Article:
In Rumuz-e-Bekhudi, the connection between an individual and his nation is described and then it is depicted that Nation and Individual are necessary for each other. Nation can provide the discipline, roots and Love to an individual and so an individual can’t achieve valuable goals without being connected to his Nation. The building of Muslim Nation is based on five basic principles; Tauheed, Risalat, Unity, Equality and Freedom. Quran is the only constitution for Muslim Nation. Muslim Nation is one and Surah-e-Ikhlaas explains Its Oneness.

In this series of Workshops, during last few weeks, the speaker and the participants discussed both of the portions Asrar-e-Khudi and Rumuz-e-Bekhudi first separately and then in comparison where in Asrar-e-Khudi an individual and then in Rumuz-e-Bekhudi the association of an individual with his Nation was the focal point.

Self or Ego can be described in three different ways: First is God and which is Absolute Ego, Second is the Nation and which is Collective Ego, Third is the person and which is individual Ego.

Note: The coming Sessions of Society of Iqbal Studies will be based on Iqbal’s second book “Pyam-e-Mashrique” or “A message from the east.”

2011-03-27 Baang e Dara: Iqbal's Personal Journey, contd.

posted Mar 25, 2011, 1:38 AM by Irfan Hyder   [ updated Mar 28, 2011, 12:11 AM ]

Khurram Ali Shafique continues Iqbal's personal journey of Iqbal through the poetry in Baange Dara. Specially the recurrence of the themes identified in Mar 20 session in the other pieces in Baange Dara.

“Baang-e-Darra: A personal journey of Iqbal” Session held on 27th of March, 2011

There are three parts of Baang-e-Darra and each of them has poems from different periods of Iqbal’s early life as a poet. The speciality of the sequence of each poem in Baang-e-Darra is that the idea or thought which is the ending point of one poem, the same idea or thought in some other way is the starting point of the next poem. In first part, specifically along the seven poems for children, other poems reflect the perception and thinking of people about Iqbal in that era. This is best reflected in the poem “Zohad aur Rindi” and continues in other poems as well. Aashiq-e-Harjai is a special poem in this context that it not only reflects the perception of people about Iqbal in that specific era but also it helps to understand how Iqbal had seen himself at that time. The ghazal at the end of second part entitled “March 1907”, and which provides great evidence about the point of view of Iqbal about present and future.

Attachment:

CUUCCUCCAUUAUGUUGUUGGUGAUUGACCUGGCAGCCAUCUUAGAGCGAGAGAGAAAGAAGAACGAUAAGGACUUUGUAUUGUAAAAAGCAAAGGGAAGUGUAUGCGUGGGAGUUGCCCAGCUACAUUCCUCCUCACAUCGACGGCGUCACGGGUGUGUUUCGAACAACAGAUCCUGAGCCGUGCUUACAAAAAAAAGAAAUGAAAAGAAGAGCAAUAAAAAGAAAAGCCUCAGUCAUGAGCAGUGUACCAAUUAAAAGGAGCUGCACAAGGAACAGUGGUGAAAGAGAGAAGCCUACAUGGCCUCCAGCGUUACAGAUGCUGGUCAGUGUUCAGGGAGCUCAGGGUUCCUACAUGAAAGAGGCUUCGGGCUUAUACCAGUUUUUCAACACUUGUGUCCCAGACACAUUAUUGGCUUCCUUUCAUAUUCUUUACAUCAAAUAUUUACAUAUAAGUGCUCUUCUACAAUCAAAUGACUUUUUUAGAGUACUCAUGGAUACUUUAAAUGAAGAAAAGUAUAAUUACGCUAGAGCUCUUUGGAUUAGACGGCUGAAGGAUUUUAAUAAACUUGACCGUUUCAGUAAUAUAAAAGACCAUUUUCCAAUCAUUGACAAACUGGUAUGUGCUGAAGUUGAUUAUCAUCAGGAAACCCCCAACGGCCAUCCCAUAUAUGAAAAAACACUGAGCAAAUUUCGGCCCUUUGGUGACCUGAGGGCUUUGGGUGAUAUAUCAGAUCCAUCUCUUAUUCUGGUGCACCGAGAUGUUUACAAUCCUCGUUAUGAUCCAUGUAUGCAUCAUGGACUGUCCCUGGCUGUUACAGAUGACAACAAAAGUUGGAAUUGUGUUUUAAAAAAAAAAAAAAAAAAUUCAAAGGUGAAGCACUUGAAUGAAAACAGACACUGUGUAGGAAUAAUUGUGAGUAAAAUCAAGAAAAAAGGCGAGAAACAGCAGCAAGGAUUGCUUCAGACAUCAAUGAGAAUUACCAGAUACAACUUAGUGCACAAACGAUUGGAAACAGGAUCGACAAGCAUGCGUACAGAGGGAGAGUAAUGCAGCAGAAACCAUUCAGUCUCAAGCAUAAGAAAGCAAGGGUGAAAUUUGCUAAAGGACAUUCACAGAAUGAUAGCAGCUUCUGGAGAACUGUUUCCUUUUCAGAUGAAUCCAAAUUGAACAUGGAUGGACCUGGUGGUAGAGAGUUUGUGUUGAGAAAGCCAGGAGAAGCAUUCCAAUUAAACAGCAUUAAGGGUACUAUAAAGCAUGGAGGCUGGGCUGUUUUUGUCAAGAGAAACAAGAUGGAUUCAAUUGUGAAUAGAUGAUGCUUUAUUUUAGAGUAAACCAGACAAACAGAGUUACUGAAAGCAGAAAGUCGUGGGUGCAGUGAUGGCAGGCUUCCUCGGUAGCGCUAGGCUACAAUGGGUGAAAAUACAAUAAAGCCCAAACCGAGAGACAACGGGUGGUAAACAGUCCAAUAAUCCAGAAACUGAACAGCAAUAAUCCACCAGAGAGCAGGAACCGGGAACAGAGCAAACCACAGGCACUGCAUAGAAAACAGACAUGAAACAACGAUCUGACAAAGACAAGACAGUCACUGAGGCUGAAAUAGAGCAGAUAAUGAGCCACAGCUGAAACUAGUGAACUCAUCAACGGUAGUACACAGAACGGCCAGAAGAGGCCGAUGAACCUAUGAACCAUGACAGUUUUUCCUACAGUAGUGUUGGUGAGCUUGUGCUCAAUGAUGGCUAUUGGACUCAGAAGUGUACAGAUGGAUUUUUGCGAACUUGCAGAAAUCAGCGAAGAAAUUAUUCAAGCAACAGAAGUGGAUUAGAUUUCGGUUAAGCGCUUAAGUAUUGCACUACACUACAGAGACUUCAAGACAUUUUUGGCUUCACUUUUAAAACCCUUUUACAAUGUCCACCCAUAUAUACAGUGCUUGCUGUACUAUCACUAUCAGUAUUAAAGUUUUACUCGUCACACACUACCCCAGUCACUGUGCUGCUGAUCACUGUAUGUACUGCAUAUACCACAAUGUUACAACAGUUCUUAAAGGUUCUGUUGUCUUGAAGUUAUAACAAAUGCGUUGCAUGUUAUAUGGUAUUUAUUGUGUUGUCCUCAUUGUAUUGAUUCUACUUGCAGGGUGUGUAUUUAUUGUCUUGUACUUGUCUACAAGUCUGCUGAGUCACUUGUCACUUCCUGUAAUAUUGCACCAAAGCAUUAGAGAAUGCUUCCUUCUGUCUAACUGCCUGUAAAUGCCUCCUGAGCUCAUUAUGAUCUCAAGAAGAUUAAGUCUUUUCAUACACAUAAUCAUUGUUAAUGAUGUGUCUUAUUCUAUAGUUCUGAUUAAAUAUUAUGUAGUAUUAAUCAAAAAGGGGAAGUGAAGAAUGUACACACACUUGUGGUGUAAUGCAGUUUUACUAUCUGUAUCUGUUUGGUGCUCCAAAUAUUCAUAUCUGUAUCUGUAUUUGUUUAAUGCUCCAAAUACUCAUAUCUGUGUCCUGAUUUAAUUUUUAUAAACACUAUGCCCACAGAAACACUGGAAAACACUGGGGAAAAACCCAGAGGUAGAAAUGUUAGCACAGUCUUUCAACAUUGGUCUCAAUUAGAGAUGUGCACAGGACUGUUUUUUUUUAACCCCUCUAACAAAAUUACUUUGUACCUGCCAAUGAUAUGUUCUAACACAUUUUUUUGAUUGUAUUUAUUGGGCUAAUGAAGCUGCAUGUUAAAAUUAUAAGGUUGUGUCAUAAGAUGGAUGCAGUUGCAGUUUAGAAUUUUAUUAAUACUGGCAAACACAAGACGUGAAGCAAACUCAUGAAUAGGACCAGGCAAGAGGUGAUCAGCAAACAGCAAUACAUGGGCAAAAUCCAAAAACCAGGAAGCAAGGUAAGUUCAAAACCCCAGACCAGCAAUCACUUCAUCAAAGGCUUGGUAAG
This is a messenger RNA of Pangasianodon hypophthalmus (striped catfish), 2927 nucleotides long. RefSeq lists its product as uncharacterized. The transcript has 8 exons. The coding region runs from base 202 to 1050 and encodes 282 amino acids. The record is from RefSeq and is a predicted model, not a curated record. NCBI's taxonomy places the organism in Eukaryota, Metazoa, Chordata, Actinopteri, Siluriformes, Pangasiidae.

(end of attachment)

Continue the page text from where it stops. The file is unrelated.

Other great poems including Shikwah, Shama aur Shair, Jawab-e-Shikwah, and Duaa (Ya rab dil-e-Muslim ko) strengthen the clear understanding that for Iqbal, the time of Rise of Muslim Nation was arrived in earlier twentieth century.

Note: The last two poems of Baang-e-Darra, Khizar-e-Raah and Tuloo-e-Islam will be discussed in the coming session.


2011-02 “Psycho Mansion – Ibne Safi”

posted Mar 11, 2011, 12:26 AM by Irfan Hyder   [ updated Mar 25, 2011, 3:58 AM ]

A discussion session by Khurram Ali Shafique on his new book “Psycho Mansion”  which is based on excerpts from the renowned Urdu mystery writer Ibne Safi, will be held on Sunday 13thFebruary at Ahsan Memorial Library (201/O Block 2, PECHS near Ghausia Masjid.) Excerpts from Ibne Safi’s books would be presented in support of the fact that he was a “Consensus Writer” – Consensus Literature is a term introduced by Khurram Shafique. Besides Sir Syed Ahmed Khan, Maulana Muhammad Ali Jauhar and Allama Iqbal, he counts Ibne Safi as one of the Consensus writers as well. A rare opportunity towards understanding the mysteries and messages hidden in the novels of Ibne Safi.

2010-08 The Power of Consensus: Aug 2010

posted Mar 11, 2011, 12:02 AM by Irfan Hyder   [ updated Mar 25, 2011, 3:56 AM ]

How are our personal opinions related to the opinions of the society, and do we lose or win by respecting this connection? What are the types of consensus and how we recognize them? Why do we need to recognize them? Are there existing sources of moral power which we have failed to utilize? How can we empower ourselves with least effort?

These are some of the core issues of Iqbal Studies that were addressed in a two-hour session conducted by Khurram Ali Shafique, Research Consultant, Iqbal Academy Pakistan.

2010-07 Quran and Iqbal: Surah Yusuf

posted Mar 11, 2011, 12:00 AM by Irfan Hyder   [ updated Mar 25, 2011, 3:54 AM ]

Conducted by Khurram Ali Shafique

This is a three-hour session consisting of an eye-opening discussion on Surah Yusuf (Chapter 12 of the Quran) with an aim of seeking insights from the Quran into literature, life and ideas. Muslims have long considered the story of Joseph (Hazrat Yusuf) as told in the Quran is considered to be “the best of the stories” (a phrase that occurs in the Surah itself). Almost all great writers of Muslim literature, including Maulana Jalaluddin Rumi, Abdur Rahman Jami and Allama Iqbal, have been particularly influenced by this segment of the Holy Book. This session, which has been a great success on many previous occasions, is being repeated on popular demand. Participants are requested to bring their own copy of translation of the Surah (preferably with Arabic text), since the session is discussion-based.